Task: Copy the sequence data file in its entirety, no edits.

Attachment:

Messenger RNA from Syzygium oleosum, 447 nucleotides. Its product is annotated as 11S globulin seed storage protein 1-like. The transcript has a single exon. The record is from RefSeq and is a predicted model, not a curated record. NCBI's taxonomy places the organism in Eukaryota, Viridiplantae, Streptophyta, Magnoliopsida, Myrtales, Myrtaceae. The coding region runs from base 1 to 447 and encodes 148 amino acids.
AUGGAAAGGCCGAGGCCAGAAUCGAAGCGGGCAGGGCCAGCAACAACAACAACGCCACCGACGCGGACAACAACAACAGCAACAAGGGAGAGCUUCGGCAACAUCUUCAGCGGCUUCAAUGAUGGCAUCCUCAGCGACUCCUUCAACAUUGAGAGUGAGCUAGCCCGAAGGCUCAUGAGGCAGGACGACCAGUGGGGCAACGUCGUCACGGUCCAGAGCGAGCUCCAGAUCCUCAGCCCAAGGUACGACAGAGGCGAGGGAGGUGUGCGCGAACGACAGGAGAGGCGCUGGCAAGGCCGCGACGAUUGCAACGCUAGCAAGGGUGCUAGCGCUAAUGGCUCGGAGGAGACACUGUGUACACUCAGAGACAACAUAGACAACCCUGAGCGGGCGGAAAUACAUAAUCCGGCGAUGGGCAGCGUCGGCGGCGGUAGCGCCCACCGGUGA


Messenger RNA from Syzygium oleosum, 447 nucleotides. Its product is annotated as 11S globulin seed storage protein 1-like. The transcript has a single exon. The record is from RefSeq and is a predicted model, not a curated record. NCBI's taxonomy places the organism in Eukaryota, Viridiplantae, Streptophyta, Magnoliopsida, Myrtales, Myrtaceae. The coding region runs from base 1 to 447 and encodes 148 amino acids.
AUGGAAAGGCCGAGGCCAGAAUCGAAGCGGGCAGGGCCAGCAACAACAACAACGCCACCGACGCGGACAACAACAACAGCAACAAGGGAGAGCUUCGGCAACAUCUUCAGCGGCUUCAAUGAUGGCAUCCUCAGCGACUCCUUCAACAUUGAGAGUGAGCUAGCCCGAAGGCUCAUGAGGCAGGACGACCAGUGGGGCAACGUCGUCACGGUCCAGAGCGAGCUCCAGAUCCUCAGCCCAAGGUACGACAGAGGCGAGGGAGGUGUGCGCGAACGACAGGAGAGGCGCUGGCAAGGCCGCGACGAUUGCAACGCUAGCAAGGGUGCUAGCGCUAAUGGCUCGGAGGAGACACUGUGUACACUCAGAGACAACAUAGACAACCCUGAGCGGGCGGAAAUACAUAAUCCGGCGAUGGGCAGCGUCGGCGGCGGUAGCGCCCACCGGUGA